Source: Our World in Data, United Nations

This is yet another reason why artificial intelligence (A.I.), robotics, and automation are all so critically important. We’re looking at a lost century of sluggish growth – in large part because of our elites making stupid rulings from their ivory towers, but also because of demographic trends beyond anyone’s control – without widespread adoption of these labor-saving technologies.

This makes it a powerful sector to invest in.

The big question is: What’s the best investment to make in this space?

Charles has a smart answer to that: businesses that serve small businesses – the companies with headcounts 100 and less that employ the majority of Americans.

And his pick for this trend is customer relationship management leader HubSpot Inc. (HUBS). Here’s the key part of Charles’ analysis:

HubSpot provides productivity-boosting applications for marketing, sales, and customer service, primarily for small and medium-sized businesses. True to its name, the company provides a hub that helps to funnel and track sales leads across multiple channels, including email, web searches, and social media.


HubSpot also grows with its customers. It offers a “freemium” model that allows small shops to start with a free account and then graduate to premium paid services as they expand. This makes it easy to get started, lowers the psychological barrier of getting customers to pay first, and creates loyalty with the customers.

The model works. HubSpot creates value by making a company’s sales team more efficient. And that’s only going to accelerate.

Today, the company boasts more than 194,000 business customers spread across 120 countries with an average revenue per customer of $11,520.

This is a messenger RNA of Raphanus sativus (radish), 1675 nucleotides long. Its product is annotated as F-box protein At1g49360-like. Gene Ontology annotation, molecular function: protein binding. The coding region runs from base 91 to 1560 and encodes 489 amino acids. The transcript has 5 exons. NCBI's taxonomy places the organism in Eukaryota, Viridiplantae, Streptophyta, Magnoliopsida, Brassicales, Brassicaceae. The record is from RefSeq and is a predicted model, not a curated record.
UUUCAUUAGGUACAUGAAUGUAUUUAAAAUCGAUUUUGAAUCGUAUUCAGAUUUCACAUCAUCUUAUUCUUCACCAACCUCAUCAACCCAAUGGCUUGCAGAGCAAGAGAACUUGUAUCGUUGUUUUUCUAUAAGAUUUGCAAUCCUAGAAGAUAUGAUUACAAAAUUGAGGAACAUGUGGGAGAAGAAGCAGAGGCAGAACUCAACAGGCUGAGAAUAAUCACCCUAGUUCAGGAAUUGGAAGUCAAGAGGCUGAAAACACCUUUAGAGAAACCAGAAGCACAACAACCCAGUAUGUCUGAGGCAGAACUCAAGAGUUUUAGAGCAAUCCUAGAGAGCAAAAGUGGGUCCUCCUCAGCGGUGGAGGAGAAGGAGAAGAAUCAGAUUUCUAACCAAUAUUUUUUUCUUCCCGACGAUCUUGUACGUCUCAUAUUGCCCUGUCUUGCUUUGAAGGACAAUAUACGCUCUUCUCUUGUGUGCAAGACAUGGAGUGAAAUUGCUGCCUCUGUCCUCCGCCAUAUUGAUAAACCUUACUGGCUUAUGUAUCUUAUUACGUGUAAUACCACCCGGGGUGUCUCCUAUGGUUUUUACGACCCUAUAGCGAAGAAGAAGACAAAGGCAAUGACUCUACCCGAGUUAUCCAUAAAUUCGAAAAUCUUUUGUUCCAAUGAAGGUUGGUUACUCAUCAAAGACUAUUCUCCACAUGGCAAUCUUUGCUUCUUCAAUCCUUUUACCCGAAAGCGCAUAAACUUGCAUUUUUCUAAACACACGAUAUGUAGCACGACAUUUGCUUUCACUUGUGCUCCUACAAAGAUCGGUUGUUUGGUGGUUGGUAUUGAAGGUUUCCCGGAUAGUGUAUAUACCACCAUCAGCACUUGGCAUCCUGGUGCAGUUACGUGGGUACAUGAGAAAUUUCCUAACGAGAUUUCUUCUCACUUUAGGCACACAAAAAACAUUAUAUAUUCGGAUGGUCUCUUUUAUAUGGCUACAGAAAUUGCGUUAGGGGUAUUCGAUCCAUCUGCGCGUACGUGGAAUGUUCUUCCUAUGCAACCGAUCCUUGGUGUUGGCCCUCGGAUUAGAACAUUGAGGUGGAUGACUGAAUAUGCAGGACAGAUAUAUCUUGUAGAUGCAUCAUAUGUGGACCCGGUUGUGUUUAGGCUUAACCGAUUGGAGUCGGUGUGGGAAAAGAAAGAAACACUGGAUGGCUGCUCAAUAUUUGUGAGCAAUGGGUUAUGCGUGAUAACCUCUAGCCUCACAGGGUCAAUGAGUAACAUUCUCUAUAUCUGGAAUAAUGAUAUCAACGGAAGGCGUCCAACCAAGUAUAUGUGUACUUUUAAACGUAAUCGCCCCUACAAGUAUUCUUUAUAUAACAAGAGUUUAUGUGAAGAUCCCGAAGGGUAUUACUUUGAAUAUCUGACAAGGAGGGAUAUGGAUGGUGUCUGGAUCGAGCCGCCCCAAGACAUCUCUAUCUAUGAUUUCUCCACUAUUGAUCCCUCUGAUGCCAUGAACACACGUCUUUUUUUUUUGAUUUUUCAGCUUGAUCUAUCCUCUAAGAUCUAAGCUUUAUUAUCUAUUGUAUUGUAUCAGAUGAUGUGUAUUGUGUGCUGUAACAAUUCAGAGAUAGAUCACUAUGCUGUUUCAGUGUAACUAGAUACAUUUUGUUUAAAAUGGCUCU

Back in September, HubSpot rolled out a series of A.I. tools tailor-made by the same folks that gave us ChatGPT to massively boost the productivity and effectiveness of a company’s sales team.


And the company also launched its assistant to help users input data and run reports.

Even before adding these latest features, HubSpot wasn’t exactly hurting for new business. The company has enjoyed higher sales every single quarter for over 10 years, as you can see in the chart below.

HubSpot has grown its revenues by about 1,300% since the start of 2014 and is showing no signs of slowing down.

With explosive growth like that, there are always mild growing pains, and the company is not yet profitable on a GAAP accounting basis. But let me be clear that HubSpot is safely cash-flow positive. Its paper losses are due to high depreciation expenses from its rapid expansion and investments in growth projects (like A.I.) and from the effects of stock-based compensation (that is, paying executive stock options and employee stock-based pay).

Those expenses are real, of course. But they don’t burn cash. That’s an important distinction because it means the company’s finances are stable. I’ll take strong cash-flow profits over paper profits any day of the week.

HubSpot is exactly the kind of company I look for when I invest in “exponential progress.” It provides real solutions to up-and-coming companies that need to scale the time and talents of their workforce, even using A.I. to do it.

At the same time, the company generates exponential revenue growth for its shareholders.

I’m proud to add HubSpot to The Freeport Investor model portfolio.

As of this writing, Hubspot (HUBS) is still under Charles’ recommended buy-up-to price. And it’s up about 5% from the initial recommendation.

The company also has a foothold in the A.I. trend, offering exposure to it that’s working for real businesses now.

To your health and wealth,

Michael Salvatore
Editor, TradeSmith Daily